Why will Ukraine Peace Summit ‘achieve little’?: Global Times editorial
Published: Jun 17, 2024 01:02 AM
Rescuers and firefighters work at a destroyed residential house after Russian air attack in Poltava Oblast, Ukraine on June 7, 2024. Photo: VCG

Rescuers and firefighters work at a destroyed residential house after Russian air attack in Poltava Oblast, Ukraine on June 7, 2024. Photo: VCG

A Summit on Peace in Ukraine was held in Switzerland from June 15 to 16. Heads of state or their representatives from more than 90 countries, half of which are from the West, attended the event. Most of the Western leaders who had just finished the G7 summit in Italy went to Switzerland to support the meeting. The host, Switzerland, said the meeting mainly aims to "inspire a future peace process" that could eventually involve Russia. But Western media treated the "peace summit" as a meeting to take sides. Bloomberg even listed in detail which influential Global South countries attended this event, the level of their personnel and attitude. China, India, South Africa, Brazil, Saudi Arabia and other countries are on that list.

According to some Western media reports, the meeting sent invitations to more than 160 countries and international organizations, but the specific list of attendees was changed again and again and ultimately failed to exceed 100. Brazil, India and South Africa sent lower-level representatives to the meeting, and dozens of other countries were absent. The Western media expressed disappointment at the outcome, mainly because of the "failure to isolate Russia." While recognizing that the meeting was "unlikely to produce major results, they blamed China for the lack of participation and even called the "six-point consensus" between China and Brazil on a political settlement of the Ukraine crisis, intended to stand against the West, a "skillful boycott" of the Swiss conference. This is baffling.

Of course, there are rational voices in the West. For example, when discussing why Russia was not invited, Germany's Junge Welt pointed out that the conference had been misleadingly touted as a "peace summit" but that the West was trying to politically push Russia into a corner, and that the vast majority of non-Western countries had not followed suit by agreeing to participate in the "political show." It wasn't until the conference drastically lowered its goals that things changed a bit. The conference changed the original plan to discuss 10 goals to three - food security, nuclear safety and humanitarian assistance, which are common concerns of the international community, including developing countries, and are also covered by the China-Brazil "six-point consensus."

Blaming developing countries, including China, for rejecting peace is not tenable in any way. Since the outbreak of the Ukraine crisis, China has regarded a cease-fire, the resumption of dialogue and the launching of peace talks as the only viable option for resolving the crisis, which is also the general sentiment of most members of the international community. China supports a peace summit that is committed to resolving the crisis, but has repeatedly emphasized that such a conference should have three important elements - the recognition of both Russia and Ukraine, equal participation of all parties and fair discussions on all peace proposals. This is not just the view of the Chinese side. Saudi Arabia's Foreign Minister Prince Faisal bin Farhan said on Saturday that any credible peace talks on the Ukraine conflict would need Russia's participation.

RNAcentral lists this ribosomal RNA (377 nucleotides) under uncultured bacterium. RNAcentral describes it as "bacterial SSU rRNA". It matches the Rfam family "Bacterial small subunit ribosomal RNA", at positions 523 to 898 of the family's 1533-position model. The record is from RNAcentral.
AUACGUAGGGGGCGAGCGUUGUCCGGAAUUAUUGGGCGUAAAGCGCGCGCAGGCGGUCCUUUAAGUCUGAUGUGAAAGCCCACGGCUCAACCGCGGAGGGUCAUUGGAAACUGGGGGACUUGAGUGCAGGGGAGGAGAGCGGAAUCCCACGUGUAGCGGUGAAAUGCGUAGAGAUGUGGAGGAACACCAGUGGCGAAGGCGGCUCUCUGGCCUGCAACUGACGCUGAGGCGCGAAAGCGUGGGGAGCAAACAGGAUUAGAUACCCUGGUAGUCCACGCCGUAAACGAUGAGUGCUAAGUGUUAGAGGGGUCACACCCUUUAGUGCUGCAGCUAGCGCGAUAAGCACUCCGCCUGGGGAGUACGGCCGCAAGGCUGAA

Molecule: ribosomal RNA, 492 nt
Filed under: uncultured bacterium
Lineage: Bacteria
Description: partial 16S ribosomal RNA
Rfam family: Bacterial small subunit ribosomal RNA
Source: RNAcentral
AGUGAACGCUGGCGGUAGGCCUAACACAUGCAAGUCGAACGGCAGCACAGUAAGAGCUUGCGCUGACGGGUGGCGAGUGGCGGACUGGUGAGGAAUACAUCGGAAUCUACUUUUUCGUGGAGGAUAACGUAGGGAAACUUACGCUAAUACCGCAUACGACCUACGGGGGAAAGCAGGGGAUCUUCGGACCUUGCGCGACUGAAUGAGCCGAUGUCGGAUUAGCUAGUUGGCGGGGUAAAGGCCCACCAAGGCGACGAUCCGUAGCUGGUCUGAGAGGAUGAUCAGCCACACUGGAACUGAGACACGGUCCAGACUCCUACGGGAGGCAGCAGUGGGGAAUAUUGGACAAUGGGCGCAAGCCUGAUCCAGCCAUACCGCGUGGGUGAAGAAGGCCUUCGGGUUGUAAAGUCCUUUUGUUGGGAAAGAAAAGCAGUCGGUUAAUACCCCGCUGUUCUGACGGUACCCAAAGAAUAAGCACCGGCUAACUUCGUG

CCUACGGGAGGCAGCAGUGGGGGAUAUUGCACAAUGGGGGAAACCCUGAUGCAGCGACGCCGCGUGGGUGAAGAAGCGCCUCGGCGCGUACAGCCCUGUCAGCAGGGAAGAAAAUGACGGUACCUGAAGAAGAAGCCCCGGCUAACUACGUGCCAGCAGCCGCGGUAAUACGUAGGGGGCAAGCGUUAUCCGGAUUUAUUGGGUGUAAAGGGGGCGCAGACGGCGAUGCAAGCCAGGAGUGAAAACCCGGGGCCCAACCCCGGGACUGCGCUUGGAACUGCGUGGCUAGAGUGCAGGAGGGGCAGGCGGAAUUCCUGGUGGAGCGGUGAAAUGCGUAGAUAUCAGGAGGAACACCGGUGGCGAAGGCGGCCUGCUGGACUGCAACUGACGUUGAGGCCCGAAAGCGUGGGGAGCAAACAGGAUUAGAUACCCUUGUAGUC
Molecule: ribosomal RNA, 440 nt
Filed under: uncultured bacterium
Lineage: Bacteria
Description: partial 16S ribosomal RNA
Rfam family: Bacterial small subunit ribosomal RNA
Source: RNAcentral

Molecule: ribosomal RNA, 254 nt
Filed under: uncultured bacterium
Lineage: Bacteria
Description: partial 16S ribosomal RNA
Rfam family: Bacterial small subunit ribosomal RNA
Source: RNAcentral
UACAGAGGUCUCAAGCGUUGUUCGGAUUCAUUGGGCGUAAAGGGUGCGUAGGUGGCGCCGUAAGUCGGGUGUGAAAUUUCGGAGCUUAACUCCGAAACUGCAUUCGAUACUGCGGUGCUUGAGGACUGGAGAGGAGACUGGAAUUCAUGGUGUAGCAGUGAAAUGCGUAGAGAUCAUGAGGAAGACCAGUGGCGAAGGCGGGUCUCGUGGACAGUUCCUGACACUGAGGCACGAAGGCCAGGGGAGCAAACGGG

Each country has its own considerations on whether to participate in this meeting in Switzerland. China respects the right of other countries to independent and autonomous diplomacy, and at the same time maintains its autonomy in promoting peace talks. In this process, we can clearly feel the confrontation between two forces. One force is trying to promote the narrative of "good versus evil" and then create divisions and camp confrontations in the international community in the name of "whether to support Russia;" while the other force hopes for a cease-fire and end to the war, and is eager to promote the joint efforts of the international community to achieve true peace. China did not create the Ukraine crisis, nor is it a party to the crisis, but has been doing its utmost to promote peace talks. From the document entitled "China's Position on the Political Settlement of the Ukraine Crisis" to the "six-point consensus," China's position has been consistent and has been widely recognized by the international community, including many Western countries. Who are creating divisions and who are bridging them? Who belong to the former and who belong to the latter does not need to be stamped by the "Ukraine peace summit" to distinguish.

The Ukraine crisis has entered its third year, and the conflict is in danger of expanding further. The top priority is to achieve a cease-fire and an end to the war as soon as possible, and the most important thing is to take action. Some Western media said that the goal of this meeting is to reach an international consensus on the Ukraine crisis and "take the first step towards peace." However, public opinions generally believe the hope for peace is still very slim, and the actual results achieved by the meeting will be quite limited. Why does this happen and what is the crux of the problem? In fact, it is not difficult to draw conclusions from the various details of this summit. It also reflects once again that without a common, comprehensive, cooperative and sustainable security concept, it is completely foreseeable that relevant peace summit will achieve "little results."